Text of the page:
"New Normal" is a phrase my husband created whenever I had changes (good or bad) in my pain. It is a recognition that there are things that I won't be able to do right now (later in April, Y=Yet). This time of chronic pain required me to deal with limitations sooner than I expected; sometimes I felt like I had already reached "old age" and would never feel "my age" again. I needed to recognize where I am and work with that.
This phrase became my touchstone for living with my current situation. When I had to quit my job, I had to adjust to that "new normal." After a while, not-working began to feel normal. When the pain management clinic prescribed heavy painkillers, I had to adjust to the daily routine and the change in my body (glad for the pain relief, but I was more tired, fuzzy-brained, and lethargic). That became the "new normal." When I could only spend 3-4 hours per day "vertical" (i.e. out of bed or off the couch), I had to adjust my schedule and my thoughts to that "new normal."
Later, after I started the supplement and physical therapy regimen, I began to feel better. I adjusted to that "new normal" much more easily than the downward spiral I had been living in. Then, in January of this year, my physical therapist discovered the inflammed bursas in the sacro-iliac joint. My pain management doctor shot cortisone into those places, and the majority of my pain went away within days! That was an excellent "new normal!"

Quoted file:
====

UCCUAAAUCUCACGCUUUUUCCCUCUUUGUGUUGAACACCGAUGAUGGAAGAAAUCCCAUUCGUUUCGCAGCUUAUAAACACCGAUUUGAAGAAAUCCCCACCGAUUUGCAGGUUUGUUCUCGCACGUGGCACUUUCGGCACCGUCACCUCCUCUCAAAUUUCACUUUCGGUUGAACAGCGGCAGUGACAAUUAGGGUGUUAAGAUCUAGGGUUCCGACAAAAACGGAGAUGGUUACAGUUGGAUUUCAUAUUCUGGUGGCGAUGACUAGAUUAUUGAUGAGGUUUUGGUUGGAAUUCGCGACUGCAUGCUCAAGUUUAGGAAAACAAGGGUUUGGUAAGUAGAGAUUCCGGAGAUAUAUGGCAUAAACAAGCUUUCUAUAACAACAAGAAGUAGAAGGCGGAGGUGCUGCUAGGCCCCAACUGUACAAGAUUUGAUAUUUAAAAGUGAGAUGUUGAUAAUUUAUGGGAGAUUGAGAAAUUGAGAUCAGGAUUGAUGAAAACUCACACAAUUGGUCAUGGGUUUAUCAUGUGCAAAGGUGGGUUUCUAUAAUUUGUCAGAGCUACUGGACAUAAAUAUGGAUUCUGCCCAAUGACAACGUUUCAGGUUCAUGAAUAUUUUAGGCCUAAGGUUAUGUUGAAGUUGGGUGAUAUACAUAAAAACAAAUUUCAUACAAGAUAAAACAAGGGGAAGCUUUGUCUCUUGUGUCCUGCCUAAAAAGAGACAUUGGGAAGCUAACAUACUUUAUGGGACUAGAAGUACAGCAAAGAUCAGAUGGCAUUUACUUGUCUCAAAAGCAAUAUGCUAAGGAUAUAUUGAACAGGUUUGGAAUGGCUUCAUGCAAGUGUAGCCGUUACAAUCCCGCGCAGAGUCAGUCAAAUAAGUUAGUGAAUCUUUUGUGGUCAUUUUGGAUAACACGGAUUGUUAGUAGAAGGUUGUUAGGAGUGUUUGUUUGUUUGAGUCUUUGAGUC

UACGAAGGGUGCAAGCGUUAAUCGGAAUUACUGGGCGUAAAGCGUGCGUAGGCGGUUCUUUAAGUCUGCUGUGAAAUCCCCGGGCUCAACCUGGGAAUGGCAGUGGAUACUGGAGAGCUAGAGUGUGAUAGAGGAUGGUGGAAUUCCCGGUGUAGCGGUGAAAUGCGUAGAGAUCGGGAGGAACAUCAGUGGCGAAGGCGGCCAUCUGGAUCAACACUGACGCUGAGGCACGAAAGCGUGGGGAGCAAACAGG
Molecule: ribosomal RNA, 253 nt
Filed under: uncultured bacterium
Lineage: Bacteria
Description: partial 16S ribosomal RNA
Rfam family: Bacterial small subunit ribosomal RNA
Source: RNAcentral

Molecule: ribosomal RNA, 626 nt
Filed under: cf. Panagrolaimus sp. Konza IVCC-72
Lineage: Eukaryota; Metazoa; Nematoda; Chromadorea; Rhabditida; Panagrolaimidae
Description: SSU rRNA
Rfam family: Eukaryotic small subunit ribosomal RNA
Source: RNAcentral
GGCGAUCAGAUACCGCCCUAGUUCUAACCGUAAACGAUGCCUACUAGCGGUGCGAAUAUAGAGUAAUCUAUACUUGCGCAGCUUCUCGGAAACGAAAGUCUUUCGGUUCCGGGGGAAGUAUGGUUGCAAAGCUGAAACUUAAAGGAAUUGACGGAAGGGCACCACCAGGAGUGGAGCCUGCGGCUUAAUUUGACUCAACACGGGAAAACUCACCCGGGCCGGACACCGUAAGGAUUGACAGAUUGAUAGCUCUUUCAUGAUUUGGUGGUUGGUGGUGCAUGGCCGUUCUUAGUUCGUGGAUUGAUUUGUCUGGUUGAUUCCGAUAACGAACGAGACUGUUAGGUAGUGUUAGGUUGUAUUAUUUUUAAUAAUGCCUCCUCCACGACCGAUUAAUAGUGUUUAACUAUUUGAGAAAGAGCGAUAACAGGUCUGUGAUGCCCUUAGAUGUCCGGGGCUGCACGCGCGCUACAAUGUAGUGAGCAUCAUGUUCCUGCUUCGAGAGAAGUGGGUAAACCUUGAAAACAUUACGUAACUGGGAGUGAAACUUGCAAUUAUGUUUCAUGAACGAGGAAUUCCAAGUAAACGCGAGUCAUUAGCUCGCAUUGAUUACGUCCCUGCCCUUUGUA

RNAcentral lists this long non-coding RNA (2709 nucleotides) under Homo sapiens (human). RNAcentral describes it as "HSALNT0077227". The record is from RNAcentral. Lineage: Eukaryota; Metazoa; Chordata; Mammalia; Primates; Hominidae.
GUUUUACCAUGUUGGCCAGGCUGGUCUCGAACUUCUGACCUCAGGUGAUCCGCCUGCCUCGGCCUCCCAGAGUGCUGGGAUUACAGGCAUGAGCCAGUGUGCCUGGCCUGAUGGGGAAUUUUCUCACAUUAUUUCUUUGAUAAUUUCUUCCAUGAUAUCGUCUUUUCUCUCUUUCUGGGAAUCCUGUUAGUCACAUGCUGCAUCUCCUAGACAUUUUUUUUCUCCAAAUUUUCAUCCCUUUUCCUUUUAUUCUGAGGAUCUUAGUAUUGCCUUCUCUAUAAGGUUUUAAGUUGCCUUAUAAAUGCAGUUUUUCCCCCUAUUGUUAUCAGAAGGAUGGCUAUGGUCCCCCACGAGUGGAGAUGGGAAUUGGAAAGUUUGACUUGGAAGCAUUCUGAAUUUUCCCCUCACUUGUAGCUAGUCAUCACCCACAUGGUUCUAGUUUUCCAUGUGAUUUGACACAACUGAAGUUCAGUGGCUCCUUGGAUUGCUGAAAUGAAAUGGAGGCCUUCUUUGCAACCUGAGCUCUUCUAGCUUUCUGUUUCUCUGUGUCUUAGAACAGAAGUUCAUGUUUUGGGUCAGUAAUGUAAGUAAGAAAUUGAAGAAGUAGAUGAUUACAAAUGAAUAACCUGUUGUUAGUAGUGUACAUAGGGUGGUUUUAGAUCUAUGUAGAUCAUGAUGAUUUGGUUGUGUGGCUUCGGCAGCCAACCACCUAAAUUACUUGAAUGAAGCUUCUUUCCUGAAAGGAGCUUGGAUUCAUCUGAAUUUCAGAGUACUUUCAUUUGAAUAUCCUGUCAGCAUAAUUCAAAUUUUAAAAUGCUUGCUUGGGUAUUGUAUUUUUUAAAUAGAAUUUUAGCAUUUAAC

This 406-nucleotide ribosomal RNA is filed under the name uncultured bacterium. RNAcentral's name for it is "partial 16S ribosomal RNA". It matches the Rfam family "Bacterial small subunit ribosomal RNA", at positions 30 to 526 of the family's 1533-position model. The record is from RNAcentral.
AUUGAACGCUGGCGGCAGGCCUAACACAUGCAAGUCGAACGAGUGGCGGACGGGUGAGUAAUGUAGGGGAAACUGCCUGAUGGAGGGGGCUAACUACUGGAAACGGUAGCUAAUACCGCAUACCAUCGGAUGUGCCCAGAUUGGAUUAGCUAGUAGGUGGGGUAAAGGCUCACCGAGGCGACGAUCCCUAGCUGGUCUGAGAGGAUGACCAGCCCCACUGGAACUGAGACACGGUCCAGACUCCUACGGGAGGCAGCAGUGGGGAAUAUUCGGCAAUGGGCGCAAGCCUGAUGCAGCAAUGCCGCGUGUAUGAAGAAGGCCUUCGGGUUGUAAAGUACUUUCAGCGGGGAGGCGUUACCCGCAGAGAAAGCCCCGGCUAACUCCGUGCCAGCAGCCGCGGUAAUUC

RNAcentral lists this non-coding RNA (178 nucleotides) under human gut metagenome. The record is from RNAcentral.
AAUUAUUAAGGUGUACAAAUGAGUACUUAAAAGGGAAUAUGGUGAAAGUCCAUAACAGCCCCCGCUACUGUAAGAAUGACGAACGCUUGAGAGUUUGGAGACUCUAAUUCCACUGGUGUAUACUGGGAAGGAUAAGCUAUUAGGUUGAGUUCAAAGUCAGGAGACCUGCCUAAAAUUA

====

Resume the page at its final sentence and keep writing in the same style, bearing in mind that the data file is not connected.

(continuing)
My current "new normal" is very low pain (0-2, woohoo!). Now, I'm working on building my stamina, my strength, and my positive outlook. There are days when I do too much, and my pain/tired levels go up; there are days when I rest, and my pain/tired levels go back to the "current normal." I am looking forward to the next "new normal" that will look much more like the "very old normal" (circa 4 years ago).
I never knew whether I would recover from this pain. Using the phrase "New Normal" helped me adjust to where I was then. I cannot live in the past, nor in the future. I have to live life where I am now.
Even if things are not normal right now, I want to accept it as the NEW NORMAL so that I can still live my life.
P.S. My precious sister-in-law/love fell down the stairs, fracturing her leg and ripping her ACL. Fortunately she is not in great pain, and she has found a good doctor. I'm hoping that she will adjust to her "new normal," and praying that it will not last very long...